Java Comparator and Comparable demystified

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Java comparator and java comparable both achieve the same thing, helps to sort objects and both are Interfaces. Let us first explore comparable ( java.lang.comparable) and then comparator ( java.util.Comparator ).

Comparable

Quick facts: Belongs to java.lang  package and has a single method int compareTo(T o).  The compareTo method is referred to as the natural comparison method. The comparable interface and its compareTo method is used to ensure the natural ordering of  objects in a collection. Many java objects, by default implements this interface and thereby this method. For instance , java.lang.Integer class implements Comparable and compareTo method. That is why when we sort a collection of  Integer objects, we get the results properly sorted.  Few of the famous java classes that implements this interface are String, Integer, Float, Double, Boolean and Date. Now you know why you get the results sorted when any of these are added in a collection and you call sort.

To explain this let us add a set of integers to a  List.

package com.javahash.sample;

import java.util.ArrayList;
import java.util.Collections;
import java.util.Comparator;
import java.util.List;

public class ComparatorTest {

/**
* @param args
*/
public static void main(String[] args) {

testComparable();
}

public static void testComparable(){
  List integerList=new ArrayList();
  integerList.add(new Integer(10));
  integerList.add(new Integer(9));
  integerList.add(new Integer(12));
  integerList.add(new Integer(6));
  integerList.add(new Integer(7));
  //Sorts the List, based on the default implementation
  //provided by the Integer class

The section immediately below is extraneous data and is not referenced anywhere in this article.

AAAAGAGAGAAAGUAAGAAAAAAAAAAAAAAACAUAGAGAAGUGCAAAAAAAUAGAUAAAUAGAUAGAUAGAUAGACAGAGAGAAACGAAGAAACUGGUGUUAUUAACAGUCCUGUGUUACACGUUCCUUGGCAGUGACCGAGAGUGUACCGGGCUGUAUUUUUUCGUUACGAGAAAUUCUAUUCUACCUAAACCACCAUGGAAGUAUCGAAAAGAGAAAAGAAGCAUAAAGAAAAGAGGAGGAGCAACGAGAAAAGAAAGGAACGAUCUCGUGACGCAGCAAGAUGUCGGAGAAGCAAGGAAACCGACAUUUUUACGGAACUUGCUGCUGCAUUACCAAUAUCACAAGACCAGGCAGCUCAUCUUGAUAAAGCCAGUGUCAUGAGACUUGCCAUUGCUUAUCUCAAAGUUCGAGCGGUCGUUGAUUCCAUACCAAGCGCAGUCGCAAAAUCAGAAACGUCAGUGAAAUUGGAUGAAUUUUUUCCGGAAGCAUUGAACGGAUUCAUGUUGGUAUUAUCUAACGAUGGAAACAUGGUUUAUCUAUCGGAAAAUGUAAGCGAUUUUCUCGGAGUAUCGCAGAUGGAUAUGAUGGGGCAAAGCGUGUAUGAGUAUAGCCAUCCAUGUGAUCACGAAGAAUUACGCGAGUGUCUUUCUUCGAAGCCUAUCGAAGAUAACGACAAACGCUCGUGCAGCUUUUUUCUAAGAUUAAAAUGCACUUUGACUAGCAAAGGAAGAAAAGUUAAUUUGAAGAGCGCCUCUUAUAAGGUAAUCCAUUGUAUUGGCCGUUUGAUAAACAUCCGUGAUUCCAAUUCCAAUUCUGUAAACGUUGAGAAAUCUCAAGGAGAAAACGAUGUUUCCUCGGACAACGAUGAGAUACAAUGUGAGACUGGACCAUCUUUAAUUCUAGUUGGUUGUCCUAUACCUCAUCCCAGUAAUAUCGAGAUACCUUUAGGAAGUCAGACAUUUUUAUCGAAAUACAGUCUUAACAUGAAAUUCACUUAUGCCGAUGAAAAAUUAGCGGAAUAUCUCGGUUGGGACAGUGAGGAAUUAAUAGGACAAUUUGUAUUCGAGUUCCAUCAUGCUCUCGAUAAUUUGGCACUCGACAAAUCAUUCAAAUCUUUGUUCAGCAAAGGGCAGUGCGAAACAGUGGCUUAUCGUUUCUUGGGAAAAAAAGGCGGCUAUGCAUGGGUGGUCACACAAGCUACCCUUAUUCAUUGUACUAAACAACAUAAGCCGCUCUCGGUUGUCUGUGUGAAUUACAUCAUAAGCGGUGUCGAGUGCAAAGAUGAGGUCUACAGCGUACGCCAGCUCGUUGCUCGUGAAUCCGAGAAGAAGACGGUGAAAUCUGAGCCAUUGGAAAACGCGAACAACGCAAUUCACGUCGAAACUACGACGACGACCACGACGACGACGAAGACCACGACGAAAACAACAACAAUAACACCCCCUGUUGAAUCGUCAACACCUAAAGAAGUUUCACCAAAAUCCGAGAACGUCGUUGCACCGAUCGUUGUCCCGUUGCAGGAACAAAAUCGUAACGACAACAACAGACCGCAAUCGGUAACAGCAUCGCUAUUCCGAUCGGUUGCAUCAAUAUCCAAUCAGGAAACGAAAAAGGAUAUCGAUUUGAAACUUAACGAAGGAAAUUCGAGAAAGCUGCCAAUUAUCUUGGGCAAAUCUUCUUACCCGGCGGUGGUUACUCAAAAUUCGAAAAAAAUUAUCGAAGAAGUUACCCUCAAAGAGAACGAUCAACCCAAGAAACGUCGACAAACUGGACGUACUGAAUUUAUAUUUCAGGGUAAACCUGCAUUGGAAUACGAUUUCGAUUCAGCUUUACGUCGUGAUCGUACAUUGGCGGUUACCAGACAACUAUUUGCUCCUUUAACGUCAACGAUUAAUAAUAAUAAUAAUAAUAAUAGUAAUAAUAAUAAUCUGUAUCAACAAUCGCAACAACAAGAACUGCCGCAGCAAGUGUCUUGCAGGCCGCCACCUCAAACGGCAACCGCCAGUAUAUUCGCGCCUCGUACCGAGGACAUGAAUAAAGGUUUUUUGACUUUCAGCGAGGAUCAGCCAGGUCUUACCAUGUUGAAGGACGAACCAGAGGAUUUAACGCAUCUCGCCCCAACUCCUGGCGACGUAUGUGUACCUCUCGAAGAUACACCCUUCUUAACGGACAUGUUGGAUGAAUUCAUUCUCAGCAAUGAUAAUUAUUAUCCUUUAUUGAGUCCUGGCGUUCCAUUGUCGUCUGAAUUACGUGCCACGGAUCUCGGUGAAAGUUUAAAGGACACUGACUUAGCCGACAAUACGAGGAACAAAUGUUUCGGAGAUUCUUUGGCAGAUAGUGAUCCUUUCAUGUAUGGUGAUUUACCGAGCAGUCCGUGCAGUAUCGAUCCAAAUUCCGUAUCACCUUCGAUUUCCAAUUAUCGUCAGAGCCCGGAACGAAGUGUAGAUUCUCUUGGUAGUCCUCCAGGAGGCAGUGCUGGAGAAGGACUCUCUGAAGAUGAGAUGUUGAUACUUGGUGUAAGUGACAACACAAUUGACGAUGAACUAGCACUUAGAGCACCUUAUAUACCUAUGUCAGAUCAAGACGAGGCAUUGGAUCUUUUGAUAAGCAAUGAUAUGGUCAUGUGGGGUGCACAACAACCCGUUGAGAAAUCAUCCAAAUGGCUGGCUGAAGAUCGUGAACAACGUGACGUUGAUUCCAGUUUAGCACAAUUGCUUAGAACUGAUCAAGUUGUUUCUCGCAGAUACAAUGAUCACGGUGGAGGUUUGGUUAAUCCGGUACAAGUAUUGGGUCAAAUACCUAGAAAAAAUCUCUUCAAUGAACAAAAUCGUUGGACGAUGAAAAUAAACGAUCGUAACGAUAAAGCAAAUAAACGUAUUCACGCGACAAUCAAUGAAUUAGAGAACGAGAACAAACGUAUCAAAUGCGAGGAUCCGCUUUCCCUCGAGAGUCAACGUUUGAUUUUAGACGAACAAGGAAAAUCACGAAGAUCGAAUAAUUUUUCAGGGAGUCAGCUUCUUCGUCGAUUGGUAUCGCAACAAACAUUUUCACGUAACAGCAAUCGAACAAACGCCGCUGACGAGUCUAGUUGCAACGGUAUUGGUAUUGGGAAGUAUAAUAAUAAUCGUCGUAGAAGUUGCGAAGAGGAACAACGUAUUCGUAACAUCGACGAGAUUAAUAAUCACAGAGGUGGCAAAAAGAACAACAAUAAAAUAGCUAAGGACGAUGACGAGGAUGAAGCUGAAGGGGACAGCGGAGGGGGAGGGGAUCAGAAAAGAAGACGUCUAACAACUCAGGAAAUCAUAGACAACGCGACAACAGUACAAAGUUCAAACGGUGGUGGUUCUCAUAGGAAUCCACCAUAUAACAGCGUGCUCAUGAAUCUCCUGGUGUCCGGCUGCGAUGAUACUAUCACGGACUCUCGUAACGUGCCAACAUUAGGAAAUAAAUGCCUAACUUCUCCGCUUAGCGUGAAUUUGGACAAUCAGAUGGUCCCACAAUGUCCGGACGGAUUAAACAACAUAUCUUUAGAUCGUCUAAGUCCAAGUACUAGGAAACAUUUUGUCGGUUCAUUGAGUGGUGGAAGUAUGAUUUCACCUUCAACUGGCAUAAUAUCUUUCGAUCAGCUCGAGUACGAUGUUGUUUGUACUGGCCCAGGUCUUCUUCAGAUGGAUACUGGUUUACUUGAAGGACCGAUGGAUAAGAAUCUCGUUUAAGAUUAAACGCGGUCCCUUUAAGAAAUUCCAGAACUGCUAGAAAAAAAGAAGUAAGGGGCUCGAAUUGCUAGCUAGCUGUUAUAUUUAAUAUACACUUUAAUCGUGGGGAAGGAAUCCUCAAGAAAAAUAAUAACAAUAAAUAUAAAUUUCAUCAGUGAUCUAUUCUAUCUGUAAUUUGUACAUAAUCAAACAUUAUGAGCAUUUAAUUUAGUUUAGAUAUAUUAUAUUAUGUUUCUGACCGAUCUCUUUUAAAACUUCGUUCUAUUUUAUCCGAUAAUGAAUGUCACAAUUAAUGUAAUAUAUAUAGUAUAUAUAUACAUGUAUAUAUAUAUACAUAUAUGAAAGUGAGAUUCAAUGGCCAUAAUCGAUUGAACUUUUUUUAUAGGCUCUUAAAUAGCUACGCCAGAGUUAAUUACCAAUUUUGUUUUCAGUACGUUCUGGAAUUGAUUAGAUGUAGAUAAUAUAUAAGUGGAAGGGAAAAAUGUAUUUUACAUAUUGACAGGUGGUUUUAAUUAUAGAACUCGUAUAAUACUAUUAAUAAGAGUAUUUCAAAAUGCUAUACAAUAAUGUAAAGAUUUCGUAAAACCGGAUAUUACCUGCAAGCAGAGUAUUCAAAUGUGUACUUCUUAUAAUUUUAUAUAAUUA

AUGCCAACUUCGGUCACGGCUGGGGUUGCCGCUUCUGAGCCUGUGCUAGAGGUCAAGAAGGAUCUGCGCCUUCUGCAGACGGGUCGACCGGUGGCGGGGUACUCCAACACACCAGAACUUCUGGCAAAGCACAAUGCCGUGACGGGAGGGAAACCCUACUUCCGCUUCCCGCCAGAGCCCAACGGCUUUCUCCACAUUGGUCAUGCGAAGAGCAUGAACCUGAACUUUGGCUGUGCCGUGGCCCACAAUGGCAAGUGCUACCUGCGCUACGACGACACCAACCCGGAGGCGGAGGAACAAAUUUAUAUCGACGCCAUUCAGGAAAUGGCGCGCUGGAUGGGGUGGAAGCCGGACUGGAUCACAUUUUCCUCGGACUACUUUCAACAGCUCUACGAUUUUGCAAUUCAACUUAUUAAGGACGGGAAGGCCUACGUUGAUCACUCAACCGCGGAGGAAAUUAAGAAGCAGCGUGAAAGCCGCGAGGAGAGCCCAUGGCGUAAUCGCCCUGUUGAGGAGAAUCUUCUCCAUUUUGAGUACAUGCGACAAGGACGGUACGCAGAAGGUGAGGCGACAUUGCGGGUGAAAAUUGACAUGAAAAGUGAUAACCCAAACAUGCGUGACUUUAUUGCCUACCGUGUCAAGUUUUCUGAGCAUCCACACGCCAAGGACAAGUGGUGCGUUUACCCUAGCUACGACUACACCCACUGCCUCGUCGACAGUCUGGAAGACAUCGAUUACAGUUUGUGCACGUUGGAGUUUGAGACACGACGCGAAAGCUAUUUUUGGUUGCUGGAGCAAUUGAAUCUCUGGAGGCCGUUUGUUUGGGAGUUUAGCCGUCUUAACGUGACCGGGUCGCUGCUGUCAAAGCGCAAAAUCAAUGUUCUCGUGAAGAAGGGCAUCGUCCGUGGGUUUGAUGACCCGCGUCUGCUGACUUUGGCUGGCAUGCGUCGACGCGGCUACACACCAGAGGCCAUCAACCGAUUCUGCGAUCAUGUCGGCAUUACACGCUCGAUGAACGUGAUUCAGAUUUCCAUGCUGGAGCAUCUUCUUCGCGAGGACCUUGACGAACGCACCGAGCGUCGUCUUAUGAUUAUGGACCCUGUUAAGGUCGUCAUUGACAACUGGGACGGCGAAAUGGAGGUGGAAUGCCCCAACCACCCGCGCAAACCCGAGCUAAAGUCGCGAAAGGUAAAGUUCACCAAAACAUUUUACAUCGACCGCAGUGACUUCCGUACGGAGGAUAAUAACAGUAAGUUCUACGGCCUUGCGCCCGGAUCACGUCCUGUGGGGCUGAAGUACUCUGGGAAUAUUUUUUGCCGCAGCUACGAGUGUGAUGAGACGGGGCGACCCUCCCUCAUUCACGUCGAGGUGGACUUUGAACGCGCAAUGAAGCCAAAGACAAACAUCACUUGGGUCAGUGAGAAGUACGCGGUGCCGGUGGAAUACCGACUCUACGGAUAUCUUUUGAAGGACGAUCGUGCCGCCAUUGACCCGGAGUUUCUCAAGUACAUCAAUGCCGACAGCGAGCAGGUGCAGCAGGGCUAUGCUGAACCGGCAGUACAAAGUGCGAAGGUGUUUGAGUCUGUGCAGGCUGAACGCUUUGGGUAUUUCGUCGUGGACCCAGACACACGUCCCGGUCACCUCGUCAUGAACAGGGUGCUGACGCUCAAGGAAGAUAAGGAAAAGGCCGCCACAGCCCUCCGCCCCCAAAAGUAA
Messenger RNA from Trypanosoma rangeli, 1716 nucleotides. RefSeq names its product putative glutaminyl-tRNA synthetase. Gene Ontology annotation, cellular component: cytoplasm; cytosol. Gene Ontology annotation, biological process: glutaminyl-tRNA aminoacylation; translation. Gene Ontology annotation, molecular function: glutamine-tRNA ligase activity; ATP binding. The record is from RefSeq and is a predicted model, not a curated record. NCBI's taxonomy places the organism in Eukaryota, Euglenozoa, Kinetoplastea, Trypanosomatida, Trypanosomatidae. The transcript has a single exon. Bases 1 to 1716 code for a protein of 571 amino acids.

Collections.sort(integerList);
  printElements(integerList);

}

public static void printElements(List integerList){
 for(int i:integerList){
	System.out.println(i);
  }
 }
}

When we execute this code we get the output as

6
7
9
10
12

Properly sorted in the ascending order. This is because the integer Object’s compareTo method provides the implementation in the ascending order and Collections.sort() method uses this implementation to sort the objects.

Good, now what if for some special scenario, we want to sort results in the descending order. Quick and easy method is to sub class the java.lang.Integer class and provide a new implementation for compareTo. But …. Hold on, what are you saying. This doesn’t sound right. Yes, you are correct, we cannot subclass a java.lang.Integer since it is declared final and in any case that is a bad idea since some other part of our program may rely on the natural sorting order provided by the Integer class.

Stuck, what is the way forward. This is where the Java Comparator interface comes to our rescue.  Let us write a Java  Comparator that sorts the Integers in the descending order.

Comparator

class IntegerDescendingSorter implements Comparator {

	@Override
	public int compare(Integer arg1, Integer arg2) {

	  if(arg1 < arg2 ){                      return 1;                            }else if(arg1 > arg2){
	    return -1;
	 }
	return 0;
   }
}

Let us understand the workings of the compare Method. It is confusing for many to understand the workings of compare. Let me try to explain this in a simpler way. The first argument (arg1) is the first object and the second argument (arg2) is the second object. Pretty straight forward.

Condition for Sorting in the Ascending Order

If the first element is less than the second element, return a negative number. If the first element is greater than the second element, return a positive number. If both are equal return 0. This is the condition for sorting in the ascending order.

Condition for Sorting in the Descending Order

If we reverse the above logic, that is we return a positive number when first number is less than the second number and return a negative number if the first number is greater than the second, we can sort in the descending order.